The master manipulators in Love Crime, a French thriller about dueling executives, work together in a multinational company that specializes in agribusiness. In the scheme of things, it really doesn't matter what the company manufactures or trades, or what specific investments or acquisitions it chooses to make. This is a film about the cold-blooded sharks at the top of the corporate food chain -- and the more generic the business, the more universal it's likely to seem.
And yet there are limits. The characters in Love Crime could talk about the sales projections of left-handed widgets, and it would hardly be more distracting than the stilted gibberish that passes for corporate-speak here. Spread out over nondescript, industrial-white spaces, the office feels conspicuously artificial; it might have been designed by an art school student who learned about big business from watching Wall Street on cable. Open laptop screens are filled with colorful bar graphs, international video conferences have the chintzy quality of Chatroulette, and deals over vaguely defined products are said to increase the company's value by a staggering 15 to 20 percent.
To be fair, veteran director Alain Corneau (in his final film) and co-writer Nathalie Carter aren't interested in making an agribusiness thriller like The Informant. But the lack of authenticity underlines the thinness of their conceit: Without a plausible backdrop, all that's left of Love Crime are the power games between two duplicitous women and the serpentine plotting that results. And even that, under the slightest scrutiny, frays like a thin layer of tissue paper.
The opening scenes show some promise, as top executive Christine (Kristin Scott Thomas) dictates the terms of her latest deal to Isabelle (Ludivine Sagnier), a rising-star protege she treats more like a personal assistant. Working after hours at her beautifully appointed home, Christine forces an intimacy on Isabelle that the latter, as an underling, has to accept with an awkward smile, even as the dynamic clearly makes her uncomfortable. Though Corneau and Carter amplify Christine's emotional manipulation, they expose an unsettling dynamic -- one all too conceivable in a working world where employees are utterly dependent on their bosses' whims.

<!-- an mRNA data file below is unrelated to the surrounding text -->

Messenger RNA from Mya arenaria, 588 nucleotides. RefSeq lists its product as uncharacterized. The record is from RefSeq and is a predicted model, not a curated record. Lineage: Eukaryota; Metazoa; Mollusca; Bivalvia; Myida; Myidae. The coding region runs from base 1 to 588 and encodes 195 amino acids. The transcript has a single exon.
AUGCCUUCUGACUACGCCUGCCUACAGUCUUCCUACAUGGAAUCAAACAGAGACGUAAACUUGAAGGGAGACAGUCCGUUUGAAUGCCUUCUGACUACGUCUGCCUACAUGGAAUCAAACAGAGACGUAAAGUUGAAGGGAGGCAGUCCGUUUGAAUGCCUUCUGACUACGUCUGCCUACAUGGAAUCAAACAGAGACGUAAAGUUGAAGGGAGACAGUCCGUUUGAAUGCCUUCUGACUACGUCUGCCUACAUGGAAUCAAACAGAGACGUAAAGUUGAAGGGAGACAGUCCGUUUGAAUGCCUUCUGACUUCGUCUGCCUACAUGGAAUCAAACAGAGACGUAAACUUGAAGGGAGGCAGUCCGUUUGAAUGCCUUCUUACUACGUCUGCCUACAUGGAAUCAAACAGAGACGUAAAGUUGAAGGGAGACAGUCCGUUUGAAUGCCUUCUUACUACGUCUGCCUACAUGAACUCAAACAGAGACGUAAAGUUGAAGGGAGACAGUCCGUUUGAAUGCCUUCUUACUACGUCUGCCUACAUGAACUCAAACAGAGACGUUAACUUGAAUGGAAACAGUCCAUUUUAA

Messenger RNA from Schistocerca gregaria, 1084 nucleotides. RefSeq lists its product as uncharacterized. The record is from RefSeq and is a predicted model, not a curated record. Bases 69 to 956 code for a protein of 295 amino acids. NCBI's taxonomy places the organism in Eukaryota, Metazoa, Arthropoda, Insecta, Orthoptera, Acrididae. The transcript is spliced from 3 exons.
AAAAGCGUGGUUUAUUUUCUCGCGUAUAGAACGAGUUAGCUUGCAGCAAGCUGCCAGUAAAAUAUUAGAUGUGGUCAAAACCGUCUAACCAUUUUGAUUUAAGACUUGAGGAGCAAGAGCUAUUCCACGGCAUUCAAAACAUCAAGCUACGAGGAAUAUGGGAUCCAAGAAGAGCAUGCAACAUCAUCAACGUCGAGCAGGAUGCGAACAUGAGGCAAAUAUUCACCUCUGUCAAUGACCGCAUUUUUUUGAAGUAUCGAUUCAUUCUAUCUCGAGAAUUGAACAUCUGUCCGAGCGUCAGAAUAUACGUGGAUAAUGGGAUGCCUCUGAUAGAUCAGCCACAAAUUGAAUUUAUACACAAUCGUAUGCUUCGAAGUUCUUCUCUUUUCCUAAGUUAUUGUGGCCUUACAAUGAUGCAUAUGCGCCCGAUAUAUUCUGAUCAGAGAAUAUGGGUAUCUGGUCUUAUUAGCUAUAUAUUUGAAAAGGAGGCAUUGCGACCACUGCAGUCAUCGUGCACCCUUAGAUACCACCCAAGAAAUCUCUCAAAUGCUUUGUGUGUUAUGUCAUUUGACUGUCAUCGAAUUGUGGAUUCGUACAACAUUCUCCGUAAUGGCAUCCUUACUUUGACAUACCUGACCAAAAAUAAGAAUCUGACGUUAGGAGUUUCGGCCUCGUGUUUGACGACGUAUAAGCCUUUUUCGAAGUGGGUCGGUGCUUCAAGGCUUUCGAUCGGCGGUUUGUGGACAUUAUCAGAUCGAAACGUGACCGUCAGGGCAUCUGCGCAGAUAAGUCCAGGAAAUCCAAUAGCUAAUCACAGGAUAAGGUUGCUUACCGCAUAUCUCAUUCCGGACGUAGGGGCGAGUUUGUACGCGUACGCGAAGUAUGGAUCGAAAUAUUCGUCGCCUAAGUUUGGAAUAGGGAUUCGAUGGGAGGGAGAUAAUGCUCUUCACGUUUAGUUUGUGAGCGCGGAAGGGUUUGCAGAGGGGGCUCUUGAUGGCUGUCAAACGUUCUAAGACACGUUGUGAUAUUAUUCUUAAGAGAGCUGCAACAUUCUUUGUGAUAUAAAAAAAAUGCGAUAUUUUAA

Like Sigourney Weaver's character in Working Girl, Christine makes a habit out of taking credit for Isabelle's ideas, but their partnership collapses when the former uses her lover (Patrick Mille), the shady company accountant, to inflict maximum emotional damage. Reeling from her boss' vicious betrayal, Isabelle stiffens her spine and devises an intricate and startling revenge plot. Thus begins a cat-and-mouse game meant to reflect the raw savagery of the corporate world.
The outlines of Isabelle's plan are ingenious: Everyone in the company knows she's an emotional wreck, so she encourages them to think she's gone off the deep end while she schemes with icy lucidity. Yet too many things have to go exactly right for the plan to work; if they don't, the brief jail time she factors into the equation could become permanent. Pull on the many loose threads in this plot, and the whole tapestry starts to unravel.
Even if Corneau and Carter had orchestrated Isabelle's plan to perfection, Love Crime would have still strayed too far from its original mission statement. Black comedies -- the infamous Fox TV show Profit, for instance, or the wicked Michael Caine vehicle A Shock to the System -- can tautly relate cutthroat business to the business of cutting throats. But Love Crime isn't as well integrated. Between a company that seems fake and a plot that twists itself into oblivion, the metaphor goes missing. Copyright 2011 National Public Radio. To see more, visit http://www.npr.org/.